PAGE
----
• Other programs you may be eligible for.
  • Instructions on how to appeal the notice.

How long do I have to appeal?

You have 30 calendar days (meaning weekends are counted) from the date listed on the notice to request the fair hearing, but it is important you request a hearing RIGHT AWAY. If you are still in the program and you request a hearing within 10 business days of getting the notice, your services will not be cut off while you are waiting for a hearing date or until a final decision is made.

How do I request to appeal?

You will need to submit a request, which should be in writing (but does not have to be), to either (1) the community-based care provider that is currently providing you with independent living services or (2) Department of Children and Families Office of Appeal Hearings in Tallahassee.  You must make this request within 30 calendar days from the date you got the notice.  

Can anyone stop me from requesting a fair hearing?

No one may try to stop you from using your right to request a fair hearing.  Your local CBC can assist you in making your request.  You may also speak with your case manager and say you want to request a fair hearing.  But putting it in writing is best so you have a record.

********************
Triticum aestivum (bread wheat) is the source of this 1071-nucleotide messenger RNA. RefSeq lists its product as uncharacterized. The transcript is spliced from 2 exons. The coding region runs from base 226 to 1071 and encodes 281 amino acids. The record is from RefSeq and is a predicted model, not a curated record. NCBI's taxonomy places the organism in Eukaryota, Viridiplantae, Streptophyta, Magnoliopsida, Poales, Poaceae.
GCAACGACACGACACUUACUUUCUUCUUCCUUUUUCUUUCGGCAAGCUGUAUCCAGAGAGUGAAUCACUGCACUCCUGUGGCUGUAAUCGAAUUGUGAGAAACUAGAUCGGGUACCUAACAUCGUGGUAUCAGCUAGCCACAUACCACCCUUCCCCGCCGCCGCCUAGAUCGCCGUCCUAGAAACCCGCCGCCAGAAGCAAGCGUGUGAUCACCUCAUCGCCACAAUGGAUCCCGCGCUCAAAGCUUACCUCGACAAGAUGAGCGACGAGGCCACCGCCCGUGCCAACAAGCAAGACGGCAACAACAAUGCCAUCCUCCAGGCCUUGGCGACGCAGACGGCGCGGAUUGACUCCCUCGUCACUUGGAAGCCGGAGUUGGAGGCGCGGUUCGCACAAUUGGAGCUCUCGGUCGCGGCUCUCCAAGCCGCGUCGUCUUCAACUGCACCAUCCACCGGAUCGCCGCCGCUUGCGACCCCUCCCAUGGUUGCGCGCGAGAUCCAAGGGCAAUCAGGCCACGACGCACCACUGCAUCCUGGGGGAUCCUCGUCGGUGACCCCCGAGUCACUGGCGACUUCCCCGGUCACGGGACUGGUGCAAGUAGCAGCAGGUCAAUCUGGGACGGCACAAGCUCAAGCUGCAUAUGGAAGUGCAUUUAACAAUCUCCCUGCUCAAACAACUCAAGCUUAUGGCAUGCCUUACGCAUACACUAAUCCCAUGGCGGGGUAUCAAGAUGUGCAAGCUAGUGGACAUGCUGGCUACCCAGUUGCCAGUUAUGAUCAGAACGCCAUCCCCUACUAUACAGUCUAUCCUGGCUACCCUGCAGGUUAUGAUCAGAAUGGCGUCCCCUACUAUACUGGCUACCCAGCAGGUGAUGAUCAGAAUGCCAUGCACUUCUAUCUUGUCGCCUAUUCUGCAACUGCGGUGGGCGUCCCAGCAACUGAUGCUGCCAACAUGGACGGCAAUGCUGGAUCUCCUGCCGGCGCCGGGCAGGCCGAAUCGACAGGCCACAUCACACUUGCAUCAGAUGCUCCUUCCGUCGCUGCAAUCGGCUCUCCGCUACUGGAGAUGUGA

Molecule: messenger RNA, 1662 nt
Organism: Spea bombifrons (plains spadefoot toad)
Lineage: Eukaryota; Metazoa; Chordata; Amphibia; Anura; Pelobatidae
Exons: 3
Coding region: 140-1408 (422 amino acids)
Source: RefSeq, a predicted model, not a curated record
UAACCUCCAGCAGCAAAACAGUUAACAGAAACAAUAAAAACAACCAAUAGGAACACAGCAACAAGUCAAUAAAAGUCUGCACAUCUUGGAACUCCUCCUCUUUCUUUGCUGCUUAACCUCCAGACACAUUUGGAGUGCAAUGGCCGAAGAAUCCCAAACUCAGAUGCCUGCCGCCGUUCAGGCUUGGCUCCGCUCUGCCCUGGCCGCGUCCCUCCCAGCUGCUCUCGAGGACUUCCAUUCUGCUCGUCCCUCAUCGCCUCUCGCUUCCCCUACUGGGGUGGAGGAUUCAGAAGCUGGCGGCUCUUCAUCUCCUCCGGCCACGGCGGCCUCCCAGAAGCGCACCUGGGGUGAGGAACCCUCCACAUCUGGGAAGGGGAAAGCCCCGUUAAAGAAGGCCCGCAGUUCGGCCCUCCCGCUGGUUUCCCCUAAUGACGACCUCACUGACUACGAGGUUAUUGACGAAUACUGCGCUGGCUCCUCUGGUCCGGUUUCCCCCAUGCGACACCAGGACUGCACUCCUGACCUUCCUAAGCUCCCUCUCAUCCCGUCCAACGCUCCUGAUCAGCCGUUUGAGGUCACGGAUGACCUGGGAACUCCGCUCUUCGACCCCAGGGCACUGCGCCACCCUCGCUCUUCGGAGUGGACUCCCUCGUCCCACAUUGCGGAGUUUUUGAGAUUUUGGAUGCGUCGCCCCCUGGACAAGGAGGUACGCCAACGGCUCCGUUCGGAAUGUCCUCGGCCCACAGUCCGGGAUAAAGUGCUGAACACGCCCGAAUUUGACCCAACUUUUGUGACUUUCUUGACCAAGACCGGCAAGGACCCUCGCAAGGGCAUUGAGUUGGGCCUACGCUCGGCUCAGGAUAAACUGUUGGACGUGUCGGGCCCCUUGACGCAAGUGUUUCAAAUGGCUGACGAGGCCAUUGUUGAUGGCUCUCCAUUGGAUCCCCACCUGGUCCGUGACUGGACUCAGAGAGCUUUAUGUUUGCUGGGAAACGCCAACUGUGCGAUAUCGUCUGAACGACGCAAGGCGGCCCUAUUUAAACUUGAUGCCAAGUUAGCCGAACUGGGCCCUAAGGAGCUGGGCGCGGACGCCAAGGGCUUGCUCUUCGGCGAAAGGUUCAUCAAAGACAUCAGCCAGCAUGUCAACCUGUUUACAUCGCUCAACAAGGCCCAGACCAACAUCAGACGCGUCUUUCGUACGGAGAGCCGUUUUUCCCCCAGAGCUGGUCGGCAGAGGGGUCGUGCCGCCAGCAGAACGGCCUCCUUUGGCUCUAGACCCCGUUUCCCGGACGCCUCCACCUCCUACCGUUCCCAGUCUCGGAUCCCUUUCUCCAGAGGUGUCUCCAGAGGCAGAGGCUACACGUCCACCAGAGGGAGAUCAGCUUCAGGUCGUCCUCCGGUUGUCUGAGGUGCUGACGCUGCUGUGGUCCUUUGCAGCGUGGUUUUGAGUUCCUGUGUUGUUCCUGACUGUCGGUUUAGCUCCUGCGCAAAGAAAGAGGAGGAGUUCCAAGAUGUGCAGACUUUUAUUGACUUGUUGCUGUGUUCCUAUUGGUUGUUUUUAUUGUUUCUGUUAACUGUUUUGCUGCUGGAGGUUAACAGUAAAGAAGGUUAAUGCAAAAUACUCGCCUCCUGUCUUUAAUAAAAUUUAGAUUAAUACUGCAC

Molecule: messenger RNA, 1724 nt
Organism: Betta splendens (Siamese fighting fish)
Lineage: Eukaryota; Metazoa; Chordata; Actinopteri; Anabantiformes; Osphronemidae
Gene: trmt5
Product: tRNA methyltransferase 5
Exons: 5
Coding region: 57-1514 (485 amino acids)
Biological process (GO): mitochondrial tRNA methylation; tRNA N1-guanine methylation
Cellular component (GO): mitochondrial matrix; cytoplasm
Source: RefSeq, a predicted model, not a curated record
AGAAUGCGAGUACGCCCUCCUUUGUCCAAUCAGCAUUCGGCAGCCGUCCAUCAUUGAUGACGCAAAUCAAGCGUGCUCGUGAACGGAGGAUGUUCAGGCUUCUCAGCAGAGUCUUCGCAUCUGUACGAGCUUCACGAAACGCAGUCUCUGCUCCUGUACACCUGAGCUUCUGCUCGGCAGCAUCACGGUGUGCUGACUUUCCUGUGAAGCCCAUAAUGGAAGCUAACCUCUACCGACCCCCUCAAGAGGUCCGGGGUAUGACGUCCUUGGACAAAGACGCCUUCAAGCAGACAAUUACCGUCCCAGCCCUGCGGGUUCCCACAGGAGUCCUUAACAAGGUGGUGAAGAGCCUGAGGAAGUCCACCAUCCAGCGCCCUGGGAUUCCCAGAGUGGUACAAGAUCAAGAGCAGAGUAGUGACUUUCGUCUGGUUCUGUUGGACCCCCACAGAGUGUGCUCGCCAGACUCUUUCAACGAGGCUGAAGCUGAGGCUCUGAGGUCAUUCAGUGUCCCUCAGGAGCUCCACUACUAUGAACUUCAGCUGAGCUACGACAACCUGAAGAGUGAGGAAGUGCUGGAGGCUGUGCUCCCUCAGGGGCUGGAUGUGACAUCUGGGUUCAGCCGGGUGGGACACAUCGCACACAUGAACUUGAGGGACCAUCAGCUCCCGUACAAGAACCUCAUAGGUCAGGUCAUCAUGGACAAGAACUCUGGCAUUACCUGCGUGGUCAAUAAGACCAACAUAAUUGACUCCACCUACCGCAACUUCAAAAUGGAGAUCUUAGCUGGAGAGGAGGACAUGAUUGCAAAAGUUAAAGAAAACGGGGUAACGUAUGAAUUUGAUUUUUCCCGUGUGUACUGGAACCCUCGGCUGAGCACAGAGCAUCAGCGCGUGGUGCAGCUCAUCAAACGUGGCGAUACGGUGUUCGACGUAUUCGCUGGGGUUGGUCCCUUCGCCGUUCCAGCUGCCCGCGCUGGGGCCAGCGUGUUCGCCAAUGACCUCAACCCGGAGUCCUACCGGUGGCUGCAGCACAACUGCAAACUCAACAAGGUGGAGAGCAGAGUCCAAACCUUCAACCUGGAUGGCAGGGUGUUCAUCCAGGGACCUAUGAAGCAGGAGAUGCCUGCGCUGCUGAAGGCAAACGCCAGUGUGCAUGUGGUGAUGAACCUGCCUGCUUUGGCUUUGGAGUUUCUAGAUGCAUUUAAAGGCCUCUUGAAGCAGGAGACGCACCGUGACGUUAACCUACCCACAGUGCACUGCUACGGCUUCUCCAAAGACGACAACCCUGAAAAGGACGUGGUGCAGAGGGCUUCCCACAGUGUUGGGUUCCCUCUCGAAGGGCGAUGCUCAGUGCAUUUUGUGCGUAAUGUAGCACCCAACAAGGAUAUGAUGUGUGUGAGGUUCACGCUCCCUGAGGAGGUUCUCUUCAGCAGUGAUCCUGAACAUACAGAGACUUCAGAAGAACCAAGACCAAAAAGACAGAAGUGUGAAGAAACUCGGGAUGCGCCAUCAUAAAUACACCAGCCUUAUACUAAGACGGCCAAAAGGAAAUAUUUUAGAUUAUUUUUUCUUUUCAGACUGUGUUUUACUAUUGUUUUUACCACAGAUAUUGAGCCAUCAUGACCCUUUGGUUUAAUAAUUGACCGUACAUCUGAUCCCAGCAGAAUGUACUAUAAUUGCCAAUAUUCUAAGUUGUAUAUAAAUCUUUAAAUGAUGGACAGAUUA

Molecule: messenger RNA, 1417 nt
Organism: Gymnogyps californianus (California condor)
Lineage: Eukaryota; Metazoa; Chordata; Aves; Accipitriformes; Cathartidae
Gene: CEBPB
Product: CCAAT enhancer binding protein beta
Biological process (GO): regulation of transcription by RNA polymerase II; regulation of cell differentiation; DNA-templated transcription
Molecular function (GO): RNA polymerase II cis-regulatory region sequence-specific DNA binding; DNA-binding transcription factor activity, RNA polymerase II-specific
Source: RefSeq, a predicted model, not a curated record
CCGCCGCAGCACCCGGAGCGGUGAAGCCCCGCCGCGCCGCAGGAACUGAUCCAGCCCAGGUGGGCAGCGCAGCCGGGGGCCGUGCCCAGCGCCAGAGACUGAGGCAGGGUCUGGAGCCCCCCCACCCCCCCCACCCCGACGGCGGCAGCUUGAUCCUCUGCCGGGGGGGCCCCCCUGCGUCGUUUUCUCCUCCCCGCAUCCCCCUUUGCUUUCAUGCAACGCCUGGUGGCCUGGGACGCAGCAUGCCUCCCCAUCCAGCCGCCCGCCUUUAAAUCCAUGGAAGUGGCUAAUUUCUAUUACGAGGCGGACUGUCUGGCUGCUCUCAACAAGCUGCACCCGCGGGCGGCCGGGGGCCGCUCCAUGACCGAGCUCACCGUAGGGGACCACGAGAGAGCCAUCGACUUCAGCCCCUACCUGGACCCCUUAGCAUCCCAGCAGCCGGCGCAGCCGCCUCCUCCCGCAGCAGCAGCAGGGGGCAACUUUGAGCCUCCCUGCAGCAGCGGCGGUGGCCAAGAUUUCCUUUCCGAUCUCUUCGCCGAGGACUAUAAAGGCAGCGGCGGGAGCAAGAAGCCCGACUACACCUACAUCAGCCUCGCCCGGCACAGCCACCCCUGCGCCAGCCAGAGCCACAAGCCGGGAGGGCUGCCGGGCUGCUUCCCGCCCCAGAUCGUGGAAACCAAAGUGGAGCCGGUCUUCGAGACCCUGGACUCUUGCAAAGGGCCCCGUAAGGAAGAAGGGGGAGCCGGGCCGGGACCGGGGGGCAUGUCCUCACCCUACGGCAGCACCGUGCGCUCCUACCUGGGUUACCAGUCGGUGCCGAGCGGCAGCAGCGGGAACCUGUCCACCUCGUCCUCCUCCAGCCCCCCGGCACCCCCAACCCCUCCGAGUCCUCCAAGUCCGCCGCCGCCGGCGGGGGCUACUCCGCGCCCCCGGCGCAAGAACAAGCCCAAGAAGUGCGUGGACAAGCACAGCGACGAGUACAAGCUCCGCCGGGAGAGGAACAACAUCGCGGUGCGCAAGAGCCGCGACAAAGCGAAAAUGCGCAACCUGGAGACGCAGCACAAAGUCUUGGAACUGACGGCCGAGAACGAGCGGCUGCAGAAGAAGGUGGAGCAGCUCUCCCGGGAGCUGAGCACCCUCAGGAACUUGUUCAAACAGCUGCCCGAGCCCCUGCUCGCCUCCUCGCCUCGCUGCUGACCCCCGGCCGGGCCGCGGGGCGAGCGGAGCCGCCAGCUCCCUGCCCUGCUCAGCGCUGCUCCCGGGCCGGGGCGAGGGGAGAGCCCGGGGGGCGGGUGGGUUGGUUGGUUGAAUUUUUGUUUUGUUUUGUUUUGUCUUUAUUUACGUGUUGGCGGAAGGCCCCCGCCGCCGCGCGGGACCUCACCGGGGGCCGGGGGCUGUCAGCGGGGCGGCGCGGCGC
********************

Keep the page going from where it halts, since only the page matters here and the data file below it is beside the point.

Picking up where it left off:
What happens after that?

  • Your local CBC will first review your request. Sometimes, they will agree with you after they look at the situation again and let you continue in the program before even needing to go to a hearing.
  • If the CBC does not agree with you, a hearing will be scheduled. You will get written notice of the time, date, and place of the hearing. It is important you show up for the hearing. The hearing should be in the same county that you live in.
  • You will need to prepare for the hearing. You have the right to bring witnesses and evidence to explain your side of the story and you have the right to argue against any evidence or statements the state provides. It is best to have an attorney, but one is not required. To find an attorney at no cost to you, you can ask your case manager for help finding one or call your local legal aid society.